Next time you talk to someone you care about ask a DEEP QUESTION! Ask what their dreams are, what they’re afraid of, and what excites them.

If you can be as interested in your loved ones as you are of strangers, you’ll learn a lot and deepen your relationships.

3. Make time for what matters to them –
We all make time for the things we have in common. But often we’re less open to trying the things other people enjoy.

Instead of looking for common ground make time for what they like to do. Especially if it’s outside your comfort or interest zone. And when you do, don’t worry about loving it yourself, just figure out why it brings them joy.

I’ve talked to dozens of people who have interests that would bore me, but I love seeing their eyes light up as they explain how awesome turn of the century cabinet making is. It’s not the wood that makes it interesting, it’s the people.

4. Go early –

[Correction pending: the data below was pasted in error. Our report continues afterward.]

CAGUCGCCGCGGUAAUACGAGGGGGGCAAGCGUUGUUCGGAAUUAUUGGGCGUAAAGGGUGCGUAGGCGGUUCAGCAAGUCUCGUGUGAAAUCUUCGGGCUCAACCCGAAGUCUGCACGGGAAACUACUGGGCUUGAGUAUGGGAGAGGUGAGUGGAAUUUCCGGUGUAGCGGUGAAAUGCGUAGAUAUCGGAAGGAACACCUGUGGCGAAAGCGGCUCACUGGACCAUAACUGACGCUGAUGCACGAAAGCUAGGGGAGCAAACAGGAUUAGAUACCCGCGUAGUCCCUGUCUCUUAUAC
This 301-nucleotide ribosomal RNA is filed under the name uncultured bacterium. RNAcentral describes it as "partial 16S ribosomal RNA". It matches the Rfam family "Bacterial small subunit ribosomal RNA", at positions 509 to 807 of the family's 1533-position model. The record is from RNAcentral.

Go early to the movies, to dinner, to a play, or to a concert. The down time before an event is a great time to talk, because you’re both excited about what next it’s easier to be open and connect. Of course this only works if you don’t bury your head in your phone, so turn off your screen and turn your attention to your companion.

5. Go on adventures-
I have a friend who told me recently they aren’t going to go on dates anymore, only adventures. And I love this idea. When I was a kid my family had a weekly outing we called adventures in eating, where we would try some new food we’d never had before.

Going on adventures is fun and a great way to connect with someone. Plus when you experience heightened emotions, the connection you create is often deeper and more lasting.

6. Make a schedule –
Probably the simplest way to make time is to schedule it. You can plan a date night once a week, host a monthly brunch at your house, or have a family movie night.

If you can make it part of your daily, weekly, or monthly routine then the process of creating and maintaining deep connections becomes, much, much easier.

OK now it’s your turn:

Challenge #29: Time together

Choose one of the techniques above and try it tonight. Some of them you can do right away, but some may need to be scheduled. Just make sure you take action quickly, because it’s too easy to think about all the reasons it might not work.

Then reflect on these questions: